In a microwave-safe bowl, heat butter, uncovered, on high for 30-45 seconds or until softened. Combine flour, oats, brown sugar, baking soda and salt; stir into butter until blended. Set a third of the mixture aside for topping. Pour remaining mixture into an 8-inch square microwave-safe dish. Cook, uncovered, on high for 2-3 minutes or until crust is raised and set (crust will be uneven), rotating a half turn after each minute. In a 1-quart, microwave-safe dish, heat the caramels and milk, uncovered, on high for 3-4 minutes or until melted and smooth, stirring every minute. Sprinkle chips and nuts if desired over the crust. Pour caramel mixture over it all. Sprinkle with reserved oat mixture and press down lightly. Microwaved, uncovered, on high for 3-4 minutes or until the caramel is bubbly, rotating a quarter turn every minute. Cool before cutting. Makes 16 servings.

Ila McIlvain: Ostkaka


Ila McIlvain loves to make Ostkaka, aka Swedish cheesecake, to celebrate her heritage every Christmas. Courtesy

“All four of my grandparents emigrated to the United States from Sweden. Along with my three older brothers, I grew up in the house my grandfather built and where he homesteaded. Every Christmas, my mother baked the traditional Christmas Swedish dessert ostakaka. I carry on that tradition with our family; a reminder of our roots. The original recipe was made with curdled whole milk – pasteurized milk does not work! I substitute cottage cheese instead. And make sure there’s plenty of juicy raspberries for topping.”


2 tablespoon flour

1 cup of milk

1 cup small-curd cottage cheese

½ cup sugar

1 cup half n’ half

4 eggs (beaten)

Pinch of salt

½ teaspoon almond flavoring

1 teaspoon vanilla flavoring

Handful of raspberries


Blend flour and milk. Add and mix small-curd cottage cheese, sugar, half n’ half, eggs, pinch of salt, almond flavoring and vanilla flavoring. Bake in a casserole dish or individual ramekins in a pan of water at 350 F for 1-2 hours. Test doneness with a knife or toothpick. Top with raspberries.

Babs Klein: Sufganiyot

“In my family, there were never any special Hanukkah desserts except for the decorated cookies that tasted remarkably similar to the Christmas cookies we baked and decorated for our neighbors. The Christmas cookies had a gold cord strung through them so they could be hung on a tree and Mom was appalled to learn that some families were saving them and reusing them year after year!”

“Within the last decade I heard of something called sufganiyot, and then I never stopped hearing about them. I gathered they were some sort of doughnut-fried, no doubt, as is pretty much everything for Hanukkah. (After all, the minor festival celebrates an oil-based miracle.) In years without a pandemic, there are talented members of my synagogue constantly cooking and baking.”


1 1⁄4 cups slightly warm water or 1 1/4 cups slightly warm milk

1 tablespoon yeast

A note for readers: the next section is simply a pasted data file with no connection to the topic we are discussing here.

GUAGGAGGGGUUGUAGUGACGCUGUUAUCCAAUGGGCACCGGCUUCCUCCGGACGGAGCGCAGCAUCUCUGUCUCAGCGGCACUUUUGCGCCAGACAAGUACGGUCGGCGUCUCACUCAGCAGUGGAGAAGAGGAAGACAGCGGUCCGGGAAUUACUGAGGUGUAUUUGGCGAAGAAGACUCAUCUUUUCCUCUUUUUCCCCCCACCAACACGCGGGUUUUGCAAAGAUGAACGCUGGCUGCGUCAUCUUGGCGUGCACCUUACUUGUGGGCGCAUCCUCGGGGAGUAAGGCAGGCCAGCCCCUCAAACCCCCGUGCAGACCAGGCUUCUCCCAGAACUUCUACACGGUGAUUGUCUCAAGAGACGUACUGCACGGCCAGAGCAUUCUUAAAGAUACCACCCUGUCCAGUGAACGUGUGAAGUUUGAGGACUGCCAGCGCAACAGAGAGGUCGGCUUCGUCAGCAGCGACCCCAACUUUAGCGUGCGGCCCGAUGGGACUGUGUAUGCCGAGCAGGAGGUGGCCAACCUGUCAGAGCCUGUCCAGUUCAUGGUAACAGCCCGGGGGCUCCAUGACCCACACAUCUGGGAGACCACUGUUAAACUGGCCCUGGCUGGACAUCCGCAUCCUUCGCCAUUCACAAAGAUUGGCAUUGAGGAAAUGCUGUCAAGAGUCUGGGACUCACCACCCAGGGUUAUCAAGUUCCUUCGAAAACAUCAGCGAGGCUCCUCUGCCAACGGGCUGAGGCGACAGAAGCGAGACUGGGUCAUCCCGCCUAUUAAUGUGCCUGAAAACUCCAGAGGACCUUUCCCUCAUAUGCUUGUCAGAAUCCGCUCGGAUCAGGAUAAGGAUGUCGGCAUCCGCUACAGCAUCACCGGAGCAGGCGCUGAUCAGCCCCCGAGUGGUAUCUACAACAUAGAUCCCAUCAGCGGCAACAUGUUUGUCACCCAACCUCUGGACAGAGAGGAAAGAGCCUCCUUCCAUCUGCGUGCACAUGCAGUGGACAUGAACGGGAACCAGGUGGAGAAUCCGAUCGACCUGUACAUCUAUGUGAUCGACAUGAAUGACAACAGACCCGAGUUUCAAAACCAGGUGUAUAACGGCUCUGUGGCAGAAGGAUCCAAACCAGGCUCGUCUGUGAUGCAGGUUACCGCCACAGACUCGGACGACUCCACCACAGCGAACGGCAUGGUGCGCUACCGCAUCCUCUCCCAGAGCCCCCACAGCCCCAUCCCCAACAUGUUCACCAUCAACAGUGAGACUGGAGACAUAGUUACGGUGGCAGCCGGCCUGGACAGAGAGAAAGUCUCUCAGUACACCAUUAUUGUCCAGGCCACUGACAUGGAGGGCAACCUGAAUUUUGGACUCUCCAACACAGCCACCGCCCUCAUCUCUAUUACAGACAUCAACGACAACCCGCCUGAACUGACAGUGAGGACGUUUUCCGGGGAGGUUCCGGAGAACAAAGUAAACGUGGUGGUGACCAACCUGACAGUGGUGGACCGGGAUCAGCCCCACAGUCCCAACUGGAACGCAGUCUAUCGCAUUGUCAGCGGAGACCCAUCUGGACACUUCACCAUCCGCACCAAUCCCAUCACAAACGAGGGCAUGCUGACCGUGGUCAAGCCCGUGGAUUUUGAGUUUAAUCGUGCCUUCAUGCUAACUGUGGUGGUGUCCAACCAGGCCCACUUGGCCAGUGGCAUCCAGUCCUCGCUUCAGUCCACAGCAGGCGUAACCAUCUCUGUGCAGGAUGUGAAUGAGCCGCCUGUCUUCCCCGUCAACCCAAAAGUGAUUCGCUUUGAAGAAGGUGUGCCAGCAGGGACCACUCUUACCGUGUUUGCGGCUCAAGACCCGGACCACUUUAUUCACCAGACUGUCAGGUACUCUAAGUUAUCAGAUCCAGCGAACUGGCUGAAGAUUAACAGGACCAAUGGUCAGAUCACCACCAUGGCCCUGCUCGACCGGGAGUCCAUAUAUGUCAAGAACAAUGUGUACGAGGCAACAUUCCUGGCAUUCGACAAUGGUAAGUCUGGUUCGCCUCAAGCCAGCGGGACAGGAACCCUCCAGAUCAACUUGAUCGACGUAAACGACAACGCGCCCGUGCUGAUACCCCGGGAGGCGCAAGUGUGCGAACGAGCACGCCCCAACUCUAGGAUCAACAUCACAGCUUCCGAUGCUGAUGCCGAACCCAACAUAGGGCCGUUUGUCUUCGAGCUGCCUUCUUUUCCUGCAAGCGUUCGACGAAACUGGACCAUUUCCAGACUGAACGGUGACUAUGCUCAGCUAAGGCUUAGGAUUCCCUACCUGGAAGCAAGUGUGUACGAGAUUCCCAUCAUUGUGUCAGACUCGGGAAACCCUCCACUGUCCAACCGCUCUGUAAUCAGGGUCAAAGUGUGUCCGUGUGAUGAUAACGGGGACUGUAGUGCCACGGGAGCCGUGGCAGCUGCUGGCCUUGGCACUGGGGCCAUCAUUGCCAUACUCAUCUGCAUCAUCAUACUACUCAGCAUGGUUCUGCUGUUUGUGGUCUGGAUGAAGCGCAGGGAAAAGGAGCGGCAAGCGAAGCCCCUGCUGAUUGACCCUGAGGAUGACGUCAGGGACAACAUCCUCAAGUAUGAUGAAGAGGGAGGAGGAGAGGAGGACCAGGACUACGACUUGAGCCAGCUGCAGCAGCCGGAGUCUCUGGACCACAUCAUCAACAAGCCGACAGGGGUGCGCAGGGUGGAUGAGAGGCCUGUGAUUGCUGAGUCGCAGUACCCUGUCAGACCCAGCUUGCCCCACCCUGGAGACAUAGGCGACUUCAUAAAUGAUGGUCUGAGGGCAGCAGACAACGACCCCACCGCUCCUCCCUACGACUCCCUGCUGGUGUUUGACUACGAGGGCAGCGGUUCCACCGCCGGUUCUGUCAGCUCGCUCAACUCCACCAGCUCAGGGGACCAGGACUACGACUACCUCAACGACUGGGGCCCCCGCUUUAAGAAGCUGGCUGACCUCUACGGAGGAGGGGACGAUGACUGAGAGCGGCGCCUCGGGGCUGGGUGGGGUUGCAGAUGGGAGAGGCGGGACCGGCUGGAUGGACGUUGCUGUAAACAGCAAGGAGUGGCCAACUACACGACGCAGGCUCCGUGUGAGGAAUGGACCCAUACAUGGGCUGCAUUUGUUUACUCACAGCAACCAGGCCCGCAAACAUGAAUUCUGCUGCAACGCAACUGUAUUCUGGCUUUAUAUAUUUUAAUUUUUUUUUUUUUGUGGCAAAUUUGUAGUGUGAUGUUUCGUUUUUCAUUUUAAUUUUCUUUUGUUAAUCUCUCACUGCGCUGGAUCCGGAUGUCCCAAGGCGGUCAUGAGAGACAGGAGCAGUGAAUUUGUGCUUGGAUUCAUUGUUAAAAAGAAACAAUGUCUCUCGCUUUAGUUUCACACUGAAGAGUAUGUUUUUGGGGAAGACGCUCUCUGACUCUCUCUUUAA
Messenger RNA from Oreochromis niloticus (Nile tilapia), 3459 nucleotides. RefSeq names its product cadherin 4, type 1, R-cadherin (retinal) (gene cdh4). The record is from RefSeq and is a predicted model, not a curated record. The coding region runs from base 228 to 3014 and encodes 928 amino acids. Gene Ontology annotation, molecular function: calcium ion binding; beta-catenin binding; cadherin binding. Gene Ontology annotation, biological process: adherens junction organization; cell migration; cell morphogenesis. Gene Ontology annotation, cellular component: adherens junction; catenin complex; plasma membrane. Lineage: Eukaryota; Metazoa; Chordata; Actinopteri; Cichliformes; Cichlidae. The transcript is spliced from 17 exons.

6 tablespoons sugar

1 teaspoon salt

1⁄4 cup canola oil

2 egg yolks

1 egg

1 teaspoon vanilla

1⁄4 teaspoon lemon extract

3 1⁄2-4 cups unbleached all-purpose flour (or half all-purpose and half bread flour)

Fine sugar (for coating donuts) or sugar (for coating donuts)

1 1/2 cups apricot jam (optional) or 1 1/2 cups apricot jam (optional)


Shortening (three parts oil and one part melted shortening for frying, to fill up a good two-thirds of fryer)


Whisk together the yeast, water and sugar, salt, oil, egg yolks, egg, vanilla and lemon extract. Blend well and stir in most of the flour to form a soft dough. Knead by hand, machine or in bread machine (dough setting), adding flour as needed. The dough should have some body, not too slack, supple, smooth and elastic. Place in a greased plastic bag and refrigerate at least 2-4 hours or overnight. If you are in a hurry, allow dough to rest at least 20 minutes, then proceed. If dough has risen at all, punch or flatten down, then pinch off pieces and form into small balls, about the size of golf balls. Otherwise, roll dough out to about three-quarters of an inch. Using a two and half inch or three inch biscuit cutter, cut out rounds. Cover and let sit 15 minutes while heating oil. In a deep fryer, or heavy dutch oven, heat about 4 inches of oil or a combination of oil and melted shortening. Add the doughnuts to the hot oil (temperature should be about 375 F) and fry until the undersides are deep brown. Turn over once and finish frying the other side. Lift doughnuts out using a slotted spoon and drain well on paper towels. To fill, make a small opening and spoon in jam or jelly, or just sprinkle lightly with regular or extra fine granulated sugar by shaking doughnuts in a paper bag. Test oil temperature (it’s a good idea to try frying one doughnut to start with). Once the doughnut seems done, take it out and cut it open to see if the inside is cooked.

Niki Kottmann is the Wyoming Tribune Eagle’s features editor. She can be reached at nkottmann@wyomingnews.com or 307-633-3135. Follow her on Twitter at @niki_mariee.

comments powered by Disqus